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OCSA is committed in its support of the Penn Vet Working Dog Center’s ovarian cancer detection program. With the expansion of the program from 3 to 4 dogs, OCSA is donating a $5,000 Veterinary Student Intern Scholarship to support the hire of a veterinary student intern at the Working Dog Center. Student interns are an essential part of the training team at the Center and benefit tremendously from the experience of working with both an elite group of highly driven dogs as well as a team of experts in canine medical detection. Their work supports both the research and teaching mission of the Center.
The scholarship is dedicated in memory of Katelyn Klepitsch, niece of OCSA board member Kurt Klepitsch, DVM. At the age of 20, Katelyn passed away from ovarian cancer in August of 2013. A very special young lady who enchanted everyone she met, her Uncle Kurt, father Karl and many members of the immediate family continue to support OCSA’s mission. Katelyn’s Grandmother Carolyn Klepitsch and Kurt’s Mother-In-Law Mae Novak volunteer at OCSA Dog Walks and Golf Outings. Their participation is very special for all of us. In addition, OCSA’s official headquarters now reside at Kurt’s Gateway Veterinary Clinic in St. Charles, IL.
For more information on the Penn Vet Working Dog Center, visit www.pennvetwdc.org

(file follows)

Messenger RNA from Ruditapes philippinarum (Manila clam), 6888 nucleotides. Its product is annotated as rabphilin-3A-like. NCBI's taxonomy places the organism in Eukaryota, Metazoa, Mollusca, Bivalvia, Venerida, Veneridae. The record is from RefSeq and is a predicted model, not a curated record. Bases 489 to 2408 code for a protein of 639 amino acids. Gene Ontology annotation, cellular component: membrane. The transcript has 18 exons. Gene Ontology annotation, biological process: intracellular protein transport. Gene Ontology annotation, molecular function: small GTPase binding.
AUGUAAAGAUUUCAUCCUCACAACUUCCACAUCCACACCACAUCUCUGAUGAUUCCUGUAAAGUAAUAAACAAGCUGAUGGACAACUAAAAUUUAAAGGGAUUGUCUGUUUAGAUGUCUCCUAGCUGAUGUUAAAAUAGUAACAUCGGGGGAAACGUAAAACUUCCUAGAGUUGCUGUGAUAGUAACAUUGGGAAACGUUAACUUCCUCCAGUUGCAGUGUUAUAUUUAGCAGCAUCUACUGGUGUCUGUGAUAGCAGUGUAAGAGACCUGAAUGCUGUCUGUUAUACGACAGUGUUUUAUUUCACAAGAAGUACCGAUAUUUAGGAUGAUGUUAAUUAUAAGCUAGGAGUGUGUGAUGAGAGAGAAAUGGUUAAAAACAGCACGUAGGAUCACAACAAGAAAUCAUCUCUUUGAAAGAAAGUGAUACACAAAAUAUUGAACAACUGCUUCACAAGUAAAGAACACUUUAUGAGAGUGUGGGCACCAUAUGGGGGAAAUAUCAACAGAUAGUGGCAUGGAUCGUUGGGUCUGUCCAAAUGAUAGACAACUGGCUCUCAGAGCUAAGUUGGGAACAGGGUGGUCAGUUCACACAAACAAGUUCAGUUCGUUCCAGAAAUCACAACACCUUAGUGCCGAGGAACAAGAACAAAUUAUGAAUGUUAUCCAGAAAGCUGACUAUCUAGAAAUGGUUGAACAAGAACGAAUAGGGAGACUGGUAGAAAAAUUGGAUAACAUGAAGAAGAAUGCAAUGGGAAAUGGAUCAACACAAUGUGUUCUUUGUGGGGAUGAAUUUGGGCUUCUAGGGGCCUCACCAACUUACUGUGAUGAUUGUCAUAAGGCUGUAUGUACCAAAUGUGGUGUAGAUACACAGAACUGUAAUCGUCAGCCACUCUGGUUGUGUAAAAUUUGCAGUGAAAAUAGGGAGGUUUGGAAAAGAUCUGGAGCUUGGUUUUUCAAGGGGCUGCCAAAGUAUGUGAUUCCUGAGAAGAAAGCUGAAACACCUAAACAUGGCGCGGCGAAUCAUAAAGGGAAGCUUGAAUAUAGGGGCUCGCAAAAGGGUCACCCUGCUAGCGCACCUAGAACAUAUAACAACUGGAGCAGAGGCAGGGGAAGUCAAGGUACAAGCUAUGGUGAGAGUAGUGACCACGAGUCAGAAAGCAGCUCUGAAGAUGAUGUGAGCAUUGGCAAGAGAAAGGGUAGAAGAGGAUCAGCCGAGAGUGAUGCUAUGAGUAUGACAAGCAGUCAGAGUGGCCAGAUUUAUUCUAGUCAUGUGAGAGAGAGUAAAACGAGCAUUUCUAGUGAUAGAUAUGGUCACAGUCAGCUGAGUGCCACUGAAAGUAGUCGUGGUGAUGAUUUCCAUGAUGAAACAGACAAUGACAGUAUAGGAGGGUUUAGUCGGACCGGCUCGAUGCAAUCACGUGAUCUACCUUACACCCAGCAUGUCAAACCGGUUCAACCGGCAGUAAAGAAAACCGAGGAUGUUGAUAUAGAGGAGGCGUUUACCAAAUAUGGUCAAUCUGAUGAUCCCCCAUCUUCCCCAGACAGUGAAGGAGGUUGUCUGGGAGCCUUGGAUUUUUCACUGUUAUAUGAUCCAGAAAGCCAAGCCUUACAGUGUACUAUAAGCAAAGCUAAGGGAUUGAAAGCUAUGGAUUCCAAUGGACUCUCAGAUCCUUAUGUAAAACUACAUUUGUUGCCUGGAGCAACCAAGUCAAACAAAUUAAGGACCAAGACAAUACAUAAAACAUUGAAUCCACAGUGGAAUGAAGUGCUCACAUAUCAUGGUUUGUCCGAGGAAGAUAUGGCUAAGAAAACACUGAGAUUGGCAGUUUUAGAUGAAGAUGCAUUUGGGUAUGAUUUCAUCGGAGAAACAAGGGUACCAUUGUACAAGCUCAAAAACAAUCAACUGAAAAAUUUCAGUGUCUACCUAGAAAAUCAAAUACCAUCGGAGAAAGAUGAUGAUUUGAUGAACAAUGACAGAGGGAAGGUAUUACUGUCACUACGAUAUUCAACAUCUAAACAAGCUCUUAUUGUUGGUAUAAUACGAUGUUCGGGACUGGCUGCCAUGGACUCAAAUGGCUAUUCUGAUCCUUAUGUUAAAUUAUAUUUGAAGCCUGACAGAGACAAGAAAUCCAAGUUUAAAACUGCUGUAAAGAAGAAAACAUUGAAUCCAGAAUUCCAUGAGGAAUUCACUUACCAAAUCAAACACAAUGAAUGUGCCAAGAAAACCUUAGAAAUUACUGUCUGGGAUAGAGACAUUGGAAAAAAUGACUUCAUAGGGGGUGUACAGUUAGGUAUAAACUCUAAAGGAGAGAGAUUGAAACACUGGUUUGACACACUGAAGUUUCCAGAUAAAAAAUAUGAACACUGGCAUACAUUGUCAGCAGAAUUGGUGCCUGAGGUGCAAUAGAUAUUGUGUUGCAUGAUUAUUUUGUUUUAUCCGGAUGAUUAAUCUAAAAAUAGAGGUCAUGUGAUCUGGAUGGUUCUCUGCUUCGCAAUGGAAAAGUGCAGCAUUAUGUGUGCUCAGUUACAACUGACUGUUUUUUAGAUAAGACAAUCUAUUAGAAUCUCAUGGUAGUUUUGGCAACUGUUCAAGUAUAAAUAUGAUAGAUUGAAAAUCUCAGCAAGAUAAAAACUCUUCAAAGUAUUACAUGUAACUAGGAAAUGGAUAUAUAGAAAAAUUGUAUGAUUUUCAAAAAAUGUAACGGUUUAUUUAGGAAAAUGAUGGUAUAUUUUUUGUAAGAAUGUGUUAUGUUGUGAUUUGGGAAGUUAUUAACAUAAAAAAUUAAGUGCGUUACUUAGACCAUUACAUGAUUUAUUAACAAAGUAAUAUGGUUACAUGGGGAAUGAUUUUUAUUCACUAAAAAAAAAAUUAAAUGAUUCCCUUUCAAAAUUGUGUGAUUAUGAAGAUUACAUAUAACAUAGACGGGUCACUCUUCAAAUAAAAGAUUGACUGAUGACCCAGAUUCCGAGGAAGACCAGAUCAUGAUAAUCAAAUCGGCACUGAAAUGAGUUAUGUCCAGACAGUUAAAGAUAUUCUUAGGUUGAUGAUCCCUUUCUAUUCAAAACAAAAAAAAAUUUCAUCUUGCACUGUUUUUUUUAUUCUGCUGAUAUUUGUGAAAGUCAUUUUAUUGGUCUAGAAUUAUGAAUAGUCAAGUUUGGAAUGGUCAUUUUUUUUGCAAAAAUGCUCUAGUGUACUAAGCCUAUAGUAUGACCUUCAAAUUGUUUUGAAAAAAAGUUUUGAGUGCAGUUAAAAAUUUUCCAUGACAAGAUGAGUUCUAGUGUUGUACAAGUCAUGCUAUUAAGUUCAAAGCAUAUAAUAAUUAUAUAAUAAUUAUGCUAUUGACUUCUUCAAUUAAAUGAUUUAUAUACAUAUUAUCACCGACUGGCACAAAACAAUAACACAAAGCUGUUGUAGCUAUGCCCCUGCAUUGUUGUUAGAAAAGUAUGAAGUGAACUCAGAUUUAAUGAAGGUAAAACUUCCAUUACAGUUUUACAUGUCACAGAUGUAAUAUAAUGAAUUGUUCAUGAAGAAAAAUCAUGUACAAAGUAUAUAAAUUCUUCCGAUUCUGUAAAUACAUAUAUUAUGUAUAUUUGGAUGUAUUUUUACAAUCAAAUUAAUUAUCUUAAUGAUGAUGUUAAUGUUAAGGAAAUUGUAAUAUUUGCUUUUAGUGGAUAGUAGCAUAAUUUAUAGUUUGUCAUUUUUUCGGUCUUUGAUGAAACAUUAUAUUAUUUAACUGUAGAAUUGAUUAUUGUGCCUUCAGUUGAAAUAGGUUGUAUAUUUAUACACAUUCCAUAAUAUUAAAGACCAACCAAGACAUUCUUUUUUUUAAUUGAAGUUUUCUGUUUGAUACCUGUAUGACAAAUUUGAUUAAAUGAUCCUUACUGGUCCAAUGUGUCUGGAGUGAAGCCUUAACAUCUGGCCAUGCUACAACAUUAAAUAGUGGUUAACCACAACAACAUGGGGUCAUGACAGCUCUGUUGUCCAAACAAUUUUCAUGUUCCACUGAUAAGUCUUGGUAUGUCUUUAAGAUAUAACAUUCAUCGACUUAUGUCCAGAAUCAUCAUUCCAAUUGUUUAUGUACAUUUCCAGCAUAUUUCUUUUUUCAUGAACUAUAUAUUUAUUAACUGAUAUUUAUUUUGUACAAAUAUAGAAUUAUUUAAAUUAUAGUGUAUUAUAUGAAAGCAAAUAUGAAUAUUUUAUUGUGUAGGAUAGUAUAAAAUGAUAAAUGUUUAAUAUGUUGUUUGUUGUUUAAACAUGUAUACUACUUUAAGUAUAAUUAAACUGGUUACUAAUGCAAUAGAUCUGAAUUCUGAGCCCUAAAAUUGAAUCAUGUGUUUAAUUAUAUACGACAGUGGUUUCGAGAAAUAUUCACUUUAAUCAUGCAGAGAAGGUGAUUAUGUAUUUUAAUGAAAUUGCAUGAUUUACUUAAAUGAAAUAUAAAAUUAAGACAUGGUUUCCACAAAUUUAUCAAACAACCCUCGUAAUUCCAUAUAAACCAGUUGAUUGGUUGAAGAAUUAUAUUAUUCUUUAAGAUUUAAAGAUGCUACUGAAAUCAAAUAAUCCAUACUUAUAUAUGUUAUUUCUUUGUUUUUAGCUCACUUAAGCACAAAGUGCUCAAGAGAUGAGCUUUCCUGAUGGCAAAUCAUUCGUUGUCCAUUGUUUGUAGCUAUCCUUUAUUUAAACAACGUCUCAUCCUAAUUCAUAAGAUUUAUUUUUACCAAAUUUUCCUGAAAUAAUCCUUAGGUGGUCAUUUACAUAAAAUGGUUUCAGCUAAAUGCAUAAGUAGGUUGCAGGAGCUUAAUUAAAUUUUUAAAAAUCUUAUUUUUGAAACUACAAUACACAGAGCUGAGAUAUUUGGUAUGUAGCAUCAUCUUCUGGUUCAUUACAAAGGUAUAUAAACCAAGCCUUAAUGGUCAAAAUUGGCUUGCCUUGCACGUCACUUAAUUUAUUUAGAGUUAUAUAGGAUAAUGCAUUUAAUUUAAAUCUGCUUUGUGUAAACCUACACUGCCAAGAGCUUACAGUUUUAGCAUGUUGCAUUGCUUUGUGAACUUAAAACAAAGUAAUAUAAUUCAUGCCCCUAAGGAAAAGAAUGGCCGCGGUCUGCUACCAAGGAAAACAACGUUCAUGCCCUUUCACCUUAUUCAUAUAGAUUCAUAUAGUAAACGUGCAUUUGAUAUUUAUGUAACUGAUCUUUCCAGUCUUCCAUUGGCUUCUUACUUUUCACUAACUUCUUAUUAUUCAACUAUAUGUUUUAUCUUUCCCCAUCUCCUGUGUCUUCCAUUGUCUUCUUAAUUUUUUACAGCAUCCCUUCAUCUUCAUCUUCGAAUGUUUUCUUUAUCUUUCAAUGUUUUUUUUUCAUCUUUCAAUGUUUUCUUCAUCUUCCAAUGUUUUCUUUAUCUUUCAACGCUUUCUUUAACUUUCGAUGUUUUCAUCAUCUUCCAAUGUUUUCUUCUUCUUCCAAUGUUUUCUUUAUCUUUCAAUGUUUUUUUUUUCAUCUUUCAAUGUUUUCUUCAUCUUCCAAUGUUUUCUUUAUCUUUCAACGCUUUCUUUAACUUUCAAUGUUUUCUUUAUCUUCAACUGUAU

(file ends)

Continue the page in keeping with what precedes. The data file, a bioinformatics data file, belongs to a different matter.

Merav is a first year veterinary student at the University of Pennsylvania. She graduated from Barnard College with a B.A. in Biology in 2015. She first became acquainted with the PennVet Working Dog Center while working on a research project for Dr. Alexandra Horowitz’s Dog Cognition Lab at Barnard that partnered with the Penn Vet WDC. The study focused on dog play in working dog puppies as a means of determining the puppies’ ultimate career paths (e.g. search and rescue, cancer detection, etc.).
Ever since that first exposure to the WDC, Merav has been fascinated by the ground-breaking research at the Penn Vet WDC and is honored to have the opportunity to work alongside the brilliant researchers, trainers and dogs that call the WDC home. She is especially excited to take part in ovarian cancer detection research.
The accuracy rate of the ovarian cancer sniffing dogs in the past 5 months has reached up to 99%. OCSA continues to raise money to fund OCSA’s Veterinary Student Intern Scholarship at the Penn Vet Working Dog Center, where their work with amazing canines may lead to the development of a new diagnostic test for the disease. This scholarship is named in memory of Katelyn Klepitsch (shown above) who lost her fight with ovarian cancer.